Scrimshaw Walrus Tusk, 19th Century

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Scrimshaw whales’ teeth and walrus tusks commonly have simple vertical or horizontal compositions carved on their outer surfaces, sometimes stacked with simple framing between adjacent elements. This unusual walrus tusk has a rare freehand spiral composition, beginning at the bottom of the tusk and winding up to the top.
At the bottom is a large windowed building with a crumbling tower at either end. To the left is a high wall that goes around the tooth to the other side of the building, ending in a large, tall open gate. Behind is a steep hill with more steep hills in the background and a couple astride horses mount the hill. At the back is a woman riding sidesaddle, brandishing a riding crop. In front of her is a man on horseback, driving two pack horses in front of him. In front of them is another pair of men astride horses; the rear one has a pick over his shoulder and the man in front has a pack on his back and a shovel over his shoulder. The group is led by another rider looking up the hill and smiling.
A large rock separates the climbing group from the next tableau: a small herd of three grazing cows on the far side of a stream or long tree stump. Above this feature in a grassy meadow is a four-sided fort-like structure with a crumbling tower at each corner and tall slits for windows. More grassy hills follow, with another square building with two crumbling towers in the extreme distance. Next, a pair of men wearing baseball-like caps and brandishing riding crops whip their horses up a steep rocky incline towards another high-walled building with crumbling towers. Beyond is another horseback rider, with a cape and long feather streaming off his hat. A pair of dogs lead him up a steep, long grassy hill to another walled-in town with two buildings having crumbling towers at the very top of the tooth.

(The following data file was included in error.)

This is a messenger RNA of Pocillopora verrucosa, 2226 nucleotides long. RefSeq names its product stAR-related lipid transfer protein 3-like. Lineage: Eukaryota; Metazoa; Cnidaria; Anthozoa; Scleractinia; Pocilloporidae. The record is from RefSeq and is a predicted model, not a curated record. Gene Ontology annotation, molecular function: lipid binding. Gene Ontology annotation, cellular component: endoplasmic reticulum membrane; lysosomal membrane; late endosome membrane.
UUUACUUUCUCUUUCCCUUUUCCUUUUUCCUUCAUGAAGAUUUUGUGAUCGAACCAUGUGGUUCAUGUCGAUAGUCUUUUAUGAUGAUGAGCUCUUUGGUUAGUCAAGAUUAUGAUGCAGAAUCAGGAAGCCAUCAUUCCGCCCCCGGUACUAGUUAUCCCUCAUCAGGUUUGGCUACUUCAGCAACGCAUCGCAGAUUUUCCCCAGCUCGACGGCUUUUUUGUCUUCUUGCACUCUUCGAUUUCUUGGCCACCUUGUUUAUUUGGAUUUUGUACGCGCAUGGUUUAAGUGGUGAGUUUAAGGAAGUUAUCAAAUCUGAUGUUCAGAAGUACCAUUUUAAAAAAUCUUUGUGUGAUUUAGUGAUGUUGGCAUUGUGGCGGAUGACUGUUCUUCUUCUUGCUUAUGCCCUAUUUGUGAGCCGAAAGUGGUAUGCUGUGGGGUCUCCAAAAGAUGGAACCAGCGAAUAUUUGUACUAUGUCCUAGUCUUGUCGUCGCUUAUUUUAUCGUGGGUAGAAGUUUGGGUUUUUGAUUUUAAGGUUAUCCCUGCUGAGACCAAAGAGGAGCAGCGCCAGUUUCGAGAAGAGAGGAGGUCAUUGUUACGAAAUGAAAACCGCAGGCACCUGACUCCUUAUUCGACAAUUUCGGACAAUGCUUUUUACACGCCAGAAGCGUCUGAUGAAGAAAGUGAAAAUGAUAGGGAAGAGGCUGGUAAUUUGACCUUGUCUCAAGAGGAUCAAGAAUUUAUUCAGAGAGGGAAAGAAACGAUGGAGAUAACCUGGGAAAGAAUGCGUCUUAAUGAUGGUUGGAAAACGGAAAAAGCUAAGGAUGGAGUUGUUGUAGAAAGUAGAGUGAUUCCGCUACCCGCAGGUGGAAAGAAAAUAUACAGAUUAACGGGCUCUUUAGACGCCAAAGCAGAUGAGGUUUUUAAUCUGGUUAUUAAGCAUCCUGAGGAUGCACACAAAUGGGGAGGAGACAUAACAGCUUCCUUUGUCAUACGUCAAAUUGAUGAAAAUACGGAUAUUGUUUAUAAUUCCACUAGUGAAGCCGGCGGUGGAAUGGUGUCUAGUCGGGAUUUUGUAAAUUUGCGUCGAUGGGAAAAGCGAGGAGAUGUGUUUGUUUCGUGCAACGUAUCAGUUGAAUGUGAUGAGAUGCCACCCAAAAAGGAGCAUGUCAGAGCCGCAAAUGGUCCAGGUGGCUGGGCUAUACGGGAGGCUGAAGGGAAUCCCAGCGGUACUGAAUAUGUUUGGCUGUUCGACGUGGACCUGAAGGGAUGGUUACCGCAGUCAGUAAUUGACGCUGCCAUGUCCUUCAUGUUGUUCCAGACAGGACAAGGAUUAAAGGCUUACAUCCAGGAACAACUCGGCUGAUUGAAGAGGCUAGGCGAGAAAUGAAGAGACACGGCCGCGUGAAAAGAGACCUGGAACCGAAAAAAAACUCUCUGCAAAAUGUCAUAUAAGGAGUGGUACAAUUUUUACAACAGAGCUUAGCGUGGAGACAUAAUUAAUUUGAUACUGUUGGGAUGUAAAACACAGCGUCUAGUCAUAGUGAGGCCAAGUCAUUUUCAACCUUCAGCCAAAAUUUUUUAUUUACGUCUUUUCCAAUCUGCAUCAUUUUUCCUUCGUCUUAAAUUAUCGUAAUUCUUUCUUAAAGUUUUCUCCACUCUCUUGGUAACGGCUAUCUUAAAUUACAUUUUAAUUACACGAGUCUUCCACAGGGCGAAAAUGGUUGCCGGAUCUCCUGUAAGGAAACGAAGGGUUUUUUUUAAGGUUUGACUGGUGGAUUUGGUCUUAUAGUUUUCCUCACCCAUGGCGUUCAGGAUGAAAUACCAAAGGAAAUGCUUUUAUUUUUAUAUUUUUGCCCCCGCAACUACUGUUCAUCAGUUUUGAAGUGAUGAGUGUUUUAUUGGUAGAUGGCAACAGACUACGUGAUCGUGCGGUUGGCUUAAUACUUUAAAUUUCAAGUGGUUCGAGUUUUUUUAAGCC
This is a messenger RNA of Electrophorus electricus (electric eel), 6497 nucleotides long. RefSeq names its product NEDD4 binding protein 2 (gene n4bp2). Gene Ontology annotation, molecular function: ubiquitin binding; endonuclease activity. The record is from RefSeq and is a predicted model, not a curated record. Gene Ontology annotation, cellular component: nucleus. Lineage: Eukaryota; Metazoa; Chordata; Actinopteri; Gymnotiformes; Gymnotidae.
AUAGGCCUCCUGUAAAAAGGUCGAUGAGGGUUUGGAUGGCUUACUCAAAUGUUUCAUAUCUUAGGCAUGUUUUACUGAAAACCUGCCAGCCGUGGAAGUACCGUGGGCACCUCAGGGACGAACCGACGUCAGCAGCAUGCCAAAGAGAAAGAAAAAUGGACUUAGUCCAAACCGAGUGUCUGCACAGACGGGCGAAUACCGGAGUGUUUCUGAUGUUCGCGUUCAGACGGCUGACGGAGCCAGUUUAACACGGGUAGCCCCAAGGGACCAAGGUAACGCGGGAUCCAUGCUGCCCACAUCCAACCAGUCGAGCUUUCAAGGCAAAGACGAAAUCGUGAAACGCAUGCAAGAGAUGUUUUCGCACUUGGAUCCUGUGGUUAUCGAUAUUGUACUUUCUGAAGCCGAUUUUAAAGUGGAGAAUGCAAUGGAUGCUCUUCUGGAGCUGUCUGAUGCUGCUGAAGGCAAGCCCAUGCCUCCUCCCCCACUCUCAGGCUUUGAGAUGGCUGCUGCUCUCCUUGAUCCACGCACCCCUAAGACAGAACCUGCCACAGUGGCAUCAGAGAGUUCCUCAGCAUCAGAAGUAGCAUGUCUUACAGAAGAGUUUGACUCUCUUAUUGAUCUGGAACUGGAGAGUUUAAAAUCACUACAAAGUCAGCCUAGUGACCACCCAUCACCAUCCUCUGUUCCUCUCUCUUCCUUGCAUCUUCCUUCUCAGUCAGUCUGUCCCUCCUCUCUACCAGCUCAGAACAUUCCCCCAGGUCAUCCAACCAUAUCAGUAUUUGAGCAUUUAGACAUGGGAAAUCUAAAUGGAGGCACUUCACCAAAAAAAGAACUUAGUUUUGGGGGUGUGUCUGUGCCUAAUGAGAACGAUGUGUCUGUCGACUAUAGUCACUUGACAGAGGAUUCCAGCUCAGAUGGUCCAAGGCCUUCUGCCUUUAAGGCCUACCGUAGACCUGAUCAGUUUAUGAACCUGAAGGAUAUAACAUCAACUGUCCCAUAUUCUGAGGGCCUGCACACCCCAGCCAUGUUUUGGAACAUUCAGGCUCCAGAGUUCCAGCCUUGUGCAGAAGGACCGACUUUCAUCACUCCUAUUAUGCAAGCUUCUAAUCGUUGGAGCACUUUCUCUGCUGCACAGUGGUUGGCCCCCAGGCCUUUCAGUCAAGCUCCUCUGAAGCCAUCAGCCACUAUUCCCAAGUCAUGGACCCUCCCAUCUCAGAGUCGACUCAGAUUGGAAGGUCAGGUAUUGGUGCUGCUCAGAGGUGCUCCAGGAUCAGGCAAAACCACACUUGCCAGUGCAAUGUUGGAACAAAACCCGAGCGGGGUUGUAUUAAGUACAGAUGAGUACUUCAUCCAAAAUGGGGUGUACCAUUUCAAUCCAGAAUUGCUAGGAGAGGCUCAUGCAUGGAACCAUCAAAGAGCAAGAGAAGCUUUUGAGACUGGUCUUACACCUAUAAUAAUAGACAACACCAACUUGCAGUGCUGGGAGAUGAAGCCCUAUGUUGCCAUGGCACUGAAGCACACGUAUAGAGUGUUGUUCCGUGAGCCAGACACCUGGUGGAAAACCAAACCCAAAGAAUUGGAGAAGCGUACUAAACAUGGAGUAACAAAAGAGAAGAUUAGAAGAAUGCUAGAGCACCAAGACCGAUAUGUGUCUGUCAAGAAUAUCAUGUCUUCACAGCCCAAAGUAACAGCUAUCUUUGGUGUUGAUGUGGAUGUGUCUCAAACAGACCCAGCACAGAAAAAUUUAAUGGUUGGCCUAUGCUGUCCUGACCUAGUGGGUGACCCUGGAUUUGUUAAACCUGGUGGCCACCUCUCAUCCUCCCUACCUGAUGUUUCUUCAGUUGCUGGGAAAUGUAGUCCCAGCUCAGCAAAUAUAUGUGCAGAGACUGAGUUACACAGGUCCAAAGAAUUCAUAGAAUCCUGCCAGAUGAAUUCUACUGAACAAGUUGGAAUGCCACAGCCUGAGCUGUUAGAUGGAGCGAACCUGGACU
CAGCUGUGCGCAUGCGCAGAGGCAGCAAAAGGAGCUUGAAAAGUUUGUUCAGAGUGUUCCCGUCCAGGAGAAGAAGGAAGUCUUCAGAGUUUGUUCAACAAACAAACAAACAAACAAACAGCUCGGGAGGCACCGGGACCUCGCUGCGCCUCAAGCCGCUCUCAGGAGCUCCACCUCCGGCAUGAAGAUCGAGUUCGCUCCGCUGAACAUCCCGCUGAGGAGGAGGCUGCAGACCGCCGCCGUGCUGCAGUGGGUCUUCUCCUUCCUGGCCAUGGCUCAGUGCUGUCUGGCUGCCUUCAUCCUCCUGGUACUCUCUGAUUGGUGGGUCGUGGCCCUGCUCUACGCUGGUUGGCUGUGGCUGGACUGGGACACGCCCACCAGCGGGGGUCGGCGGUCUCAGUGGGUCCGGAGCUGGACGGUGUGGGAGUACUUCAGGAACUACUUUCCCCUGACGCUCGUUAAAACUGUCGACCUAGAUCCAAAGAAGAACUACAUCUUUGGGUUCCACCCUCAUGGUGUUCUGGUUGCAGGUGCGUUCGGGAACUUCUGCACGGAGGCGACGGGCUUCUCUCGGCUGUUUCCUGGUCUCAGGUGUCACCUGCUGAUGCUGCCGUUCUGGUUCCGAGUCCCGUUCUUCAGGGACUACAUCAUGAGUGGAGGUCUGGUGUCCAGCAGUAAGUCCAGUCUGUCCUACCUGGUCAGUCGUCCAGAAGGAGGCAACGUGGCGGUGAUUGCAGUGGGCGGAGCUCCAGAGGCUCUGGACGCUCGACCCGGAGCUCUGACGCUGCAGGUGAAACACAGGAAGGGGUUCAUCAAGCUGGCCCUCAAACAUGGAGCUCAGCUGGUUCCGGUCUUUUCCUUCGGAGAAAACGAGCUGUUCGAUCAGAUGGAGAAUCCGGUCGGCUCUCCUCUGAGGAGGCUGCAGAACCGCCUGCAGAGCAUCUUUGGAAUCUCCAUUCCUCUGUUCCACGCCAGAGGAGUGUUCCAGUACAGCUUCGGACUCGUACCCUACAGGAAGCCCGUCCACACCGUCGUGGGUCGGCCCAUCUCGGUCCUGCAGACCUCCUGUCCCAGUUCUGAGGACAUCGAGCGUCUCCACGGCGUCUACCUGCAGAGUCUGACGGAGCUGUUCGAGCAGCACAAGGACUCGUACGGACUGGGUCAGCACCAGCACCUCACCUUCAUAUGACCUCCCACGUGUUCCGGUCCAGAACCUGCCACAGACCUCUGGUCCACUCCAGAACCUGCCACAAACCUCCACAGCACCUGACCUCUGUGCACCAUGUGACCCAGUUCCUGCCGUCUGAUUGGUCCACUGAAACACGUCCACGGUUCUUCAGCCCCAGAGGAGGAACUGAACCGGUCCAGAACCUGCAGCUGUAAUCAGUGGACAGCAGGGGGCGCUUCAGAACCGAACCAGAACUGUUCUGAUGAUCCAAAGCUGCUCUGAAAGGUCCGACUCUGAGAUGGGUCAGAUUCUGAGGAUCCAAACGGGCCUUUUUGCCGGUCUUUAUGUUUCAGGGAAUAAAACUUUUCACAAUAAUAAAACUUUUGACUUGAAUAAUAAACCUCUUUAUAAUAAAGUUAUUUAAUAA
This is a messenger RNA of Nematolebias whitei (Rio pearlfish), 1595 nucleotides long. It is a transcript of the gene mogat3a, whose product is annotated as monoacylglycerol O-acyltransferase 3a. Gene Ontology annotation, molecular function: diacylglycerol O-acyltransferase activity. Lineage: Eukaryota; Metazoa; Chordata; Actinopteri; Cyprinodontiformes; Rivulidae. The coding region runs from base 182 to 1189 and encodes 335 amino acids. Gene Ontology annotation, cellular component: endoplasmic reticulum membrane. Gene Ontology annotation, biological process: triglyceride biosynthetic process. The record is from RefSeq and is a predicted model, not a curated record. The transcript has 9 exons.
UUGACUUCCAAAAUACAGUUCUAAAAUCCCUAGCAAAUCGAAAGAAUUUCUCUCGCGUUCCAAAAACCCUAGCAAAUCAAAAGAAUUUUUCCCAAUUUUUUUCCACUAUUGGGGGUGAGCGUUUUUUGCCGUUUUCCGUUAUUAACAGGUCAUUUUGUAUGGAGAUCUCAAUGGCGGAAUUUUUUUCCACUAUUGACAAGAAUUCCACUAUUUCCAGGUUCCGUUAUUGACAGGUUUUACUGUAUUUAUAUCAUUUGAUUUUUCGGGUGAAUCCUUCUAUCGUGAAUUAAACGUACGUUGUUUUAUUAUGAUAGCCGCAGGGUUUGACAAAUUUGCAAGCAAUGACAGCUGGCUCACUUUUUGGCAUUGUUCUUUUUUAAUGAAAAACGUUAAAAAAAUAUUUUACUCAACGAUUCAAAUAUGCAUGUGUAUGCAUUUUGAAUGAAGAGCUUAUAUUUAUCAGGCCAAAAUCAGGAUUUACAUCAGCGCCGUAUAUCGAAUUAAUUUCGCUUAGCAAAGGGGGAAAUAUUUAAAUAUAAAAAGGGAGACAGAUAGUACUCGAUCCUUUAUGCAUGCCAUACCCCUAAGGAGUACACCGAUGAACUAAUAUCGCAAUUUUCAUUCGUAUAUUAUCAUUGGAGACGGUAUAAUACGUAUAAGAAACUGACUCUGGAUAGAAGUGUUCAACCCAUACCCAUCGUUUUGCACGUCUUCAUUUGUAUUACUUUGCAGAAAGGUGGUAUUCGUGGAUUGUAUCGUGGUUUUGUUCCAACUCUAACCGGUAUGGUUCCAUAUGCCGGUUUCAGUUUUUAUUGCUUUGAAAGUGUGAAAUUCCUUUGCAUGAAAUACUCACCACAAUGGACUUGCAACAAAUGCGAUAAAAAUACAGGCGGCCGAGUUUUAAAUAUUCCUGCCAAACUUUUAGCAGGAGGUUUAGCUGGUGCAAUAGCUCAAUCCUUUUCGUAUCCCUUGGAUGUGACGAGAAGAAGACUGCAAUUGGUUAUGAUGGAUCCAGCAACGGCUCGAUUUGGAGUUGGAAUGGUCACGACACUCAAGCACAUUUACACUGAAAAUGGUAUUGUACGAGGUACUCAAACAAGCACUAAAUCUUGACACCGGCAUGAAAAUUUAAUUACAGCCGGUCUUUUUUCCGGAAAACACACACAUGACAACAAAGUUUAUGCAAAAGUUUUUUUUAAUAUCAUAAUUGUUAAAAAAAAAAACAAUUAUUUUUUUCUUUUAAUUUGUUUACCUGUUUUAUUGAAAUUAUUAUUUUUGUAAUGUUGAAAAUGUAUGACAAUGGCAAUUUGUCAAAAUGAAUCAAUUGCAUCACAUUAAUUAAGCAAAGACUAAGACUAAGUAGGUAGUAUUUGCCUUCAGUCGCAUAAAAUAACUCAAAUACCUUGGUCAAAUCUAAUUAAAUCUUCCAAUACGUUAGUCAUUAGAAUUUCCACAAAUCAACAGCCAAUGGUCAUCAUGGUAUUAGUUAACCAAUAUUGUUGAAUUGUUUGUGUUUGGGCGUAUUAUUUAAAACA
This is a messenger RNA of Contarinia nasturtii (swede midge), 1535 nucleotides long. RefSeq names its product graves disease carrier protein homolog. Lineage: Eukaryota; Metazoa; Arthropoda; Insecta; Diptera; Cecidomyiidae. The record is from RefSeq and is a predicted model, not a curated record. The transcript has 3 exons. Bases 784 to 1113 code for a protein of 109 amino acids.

Clearly, the tusk is telling some sort of story, but whether the group on horseback is exploring, prospecting, on a hunting trip or some completely unrelated activity is not clear. The repeating fort-like buildings with crumbling towers appear to be Spanish colonial adobe, perhaps placing the tableau in California, Mexico or Central America. However, the woman at the start of the expedition is riding sidesaddle and all the saddles are English rather than Western, further obscuring the location and meaning of the spiral tale.
Currently not on view
date made
19th century
Physical Description
wood (base material)
walrus tusk (overall material)
overall, without base: 16 in; 40.64 cm
overall, with base: 16 1/4 in; 41.275 cm
ID Number
catalog number
accession number
Credit Line
Gift of Mr. Frederic A. Delano.
See more items in
Work and Industry: Maritime
Cultures & Communities
Data Source
National Museum of American History


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